Worms Rumble may not please every fan of the franchise, mostly as it completely changes things up from the usual Worms gameplay of traditional turn-based strategy. However, if you keep an open mind, it’s actually a very competent and often fun deathmatch-styled shoot ’em up.
In terms of the essentials, it’s got them. The weapons are fun, the maps are well-designed, and there’s a good sense of progression. However, despite that, it’s not particularly exciting. There are many games that have done this exact thing before, and have done it much better. In fact you can’t help but think why use this much-loved franchise, as we see what was a niche but original game series morph into a generic 2D shooter?
The basic gameplay is easy to pick up and understand. Worms Rumble introduces us to a 2D camera set in “ant farm”-style maps. It looks very similar to other Worms games, but the differences are quickly revealed. You see, instead of waiting for your turn to move, you can crawl freely across the map. Weapons are spread around the arenas, so you crawl, grab weapons, and shoot other worms. All with a big emphasis on controlling the spawning weapons. Imagine a classic shooter mixed with Worms and you’ve got it.
As you would expect to hear, the weapons are unique, filled with the staples from the franchise. You’ve got everything from a machine gun to the classic exploding sheep bomb, and every gun feels sufficiently powerful and comes with its own specific use cases; it’s here where they really shine. For example the sheep bomb may not work perfectly in a straight gun fight however it’s excellent for getting around crevices and cover.
The game modes are also what you would expect, with deathmatch and team deathmatch being the bread and butter. There are also two Battle Royale-style modes, complete with permadeath and a map which is slowly filled with poison gas. That comes in a solo or squad variety. Honestly the deathmatches are fine, but “Last Worm Standing” is truly the highlight of Worms Rumble. The Battle Royale style totally works and I couldn’t help but imagine how good it would be with the traditional controls of the series.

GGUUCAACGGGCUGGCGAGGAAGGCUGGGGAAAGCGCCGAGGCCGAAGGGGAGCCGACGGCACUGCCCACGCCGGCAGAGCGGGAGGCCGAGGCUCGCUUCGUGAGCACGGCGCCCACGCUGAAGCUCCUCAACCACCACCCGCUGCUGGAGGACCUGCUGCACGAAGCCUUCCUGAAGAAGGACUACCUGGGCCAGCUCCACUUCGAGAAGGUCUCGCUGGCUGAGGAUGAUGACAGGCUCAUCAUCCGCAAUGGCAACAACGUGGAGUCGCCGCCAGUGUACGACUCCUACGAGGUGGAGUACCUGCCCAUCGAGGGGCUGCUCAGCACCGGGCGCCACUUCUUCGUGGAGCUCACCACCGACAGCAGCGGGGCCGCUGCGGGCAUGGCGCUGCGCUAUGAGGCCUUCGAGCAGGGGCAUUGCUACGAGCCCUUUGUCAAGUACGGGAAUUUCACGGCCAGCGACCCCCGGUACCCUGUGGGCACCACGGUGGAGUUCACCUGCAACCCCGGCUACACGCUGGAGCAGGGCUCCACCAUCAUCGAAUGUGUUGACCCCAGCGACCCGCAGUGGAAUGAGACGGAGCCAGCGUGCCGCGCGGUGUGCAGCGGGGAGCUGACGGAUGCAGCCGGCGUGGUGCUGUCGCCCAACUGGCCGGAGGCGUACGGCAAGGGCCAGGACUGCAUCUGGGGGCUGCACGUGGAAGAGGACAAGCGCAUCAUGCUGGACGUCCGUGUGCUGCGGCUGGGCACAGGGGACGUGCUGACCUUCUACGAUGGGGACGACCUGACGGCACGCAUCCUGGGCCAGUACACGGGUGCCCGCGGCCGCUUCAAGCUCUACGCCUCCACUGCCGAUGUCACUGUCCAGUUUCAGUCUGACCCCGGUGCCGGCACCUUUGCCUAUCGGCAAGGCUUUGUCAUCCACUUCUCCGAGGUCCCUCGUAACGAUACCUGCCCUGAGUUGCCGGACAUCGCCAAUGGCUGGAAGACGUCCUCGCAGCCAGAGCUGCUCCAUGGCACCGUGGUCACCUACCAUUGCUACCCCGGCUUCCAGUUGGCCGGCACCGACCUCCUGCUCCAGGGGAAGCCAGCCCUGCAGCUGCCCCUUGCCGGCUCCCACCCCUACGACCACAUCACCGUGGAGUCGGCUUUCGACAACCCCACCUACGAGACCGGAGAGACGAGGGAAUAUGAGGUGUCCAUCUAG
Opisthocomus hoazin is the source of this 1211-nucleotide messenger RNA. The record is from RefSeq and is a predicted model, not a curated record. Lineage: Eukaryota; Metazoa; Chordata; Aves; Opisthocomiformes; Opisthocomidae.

The maps are varied, delivering everything from dual skyscrapers to a hidden missile compound stuffed in a mall. Each one is decently large with a huge amount of varying paths and chokepoints scattered throughout. However, with that said, none of them manage to stick out as spectacular, whilst few ever come across as particularly bad either.
As you complete matches, you slowly level up and this means you get access to new cosmetic items with each rank. This is a nice touch and in typical Worms style most of the items are pretty amusing to see attached to your little worm. There’s also, of course, the inevitable DLC which offers up more premium clothing items. That’s a little disappointing.
Despite Worms Rumble coming complete with all the essential building blocks for a game of this genre, the overriding feeling I’ve had throughout is that of disappointment. This could just be me, as a fan of Worms, but it feels weird that this route is the one the team behind it have decided to run with for the series. There’s no taking away that it’s well-made, but it’s awfully generic and as mentioned, it’s something we’ve seen hundreds of times previously. Worms was something that was unique, yet now it just feels like it’s trying to catch trends.
Thankfully, if you don’t come in with that mindset, or are new to the whole franchise, Rumble can offer up a pretty good time. I found myself really getting into the gameplay after just a couple of matches and I can especially see it working with a younger audience. It’s not particularly violent and it has a goofy appeal that could well help it find an audience. But then, there’s Fortnite for that. That therefore leaves the biggest question being who is this game for? There are so many alternate options that have done the whole thing much better.
Clearly I’m not the only one thinking that, because the player base for Worms Rumble on Xbox seems pretty miniscule. You may well find yourself having a hard time finding any matches at all. That’s not a good sign for such a recent release and it does not bode well for the future health of this title.
Worms Rumble is not a badly made game by any means, but it feels like a strange release and may well be a case of being something that nobody has really called for. If you keep an open mind there is plenty of fun to be had here, but whether or not this is able to gather up a player base with enough folk getting ready to rumble is up for debate.
Join the worms as they get ready to rumble, in the all-new Worms Rumble on Xbox Series X|S and Xbox One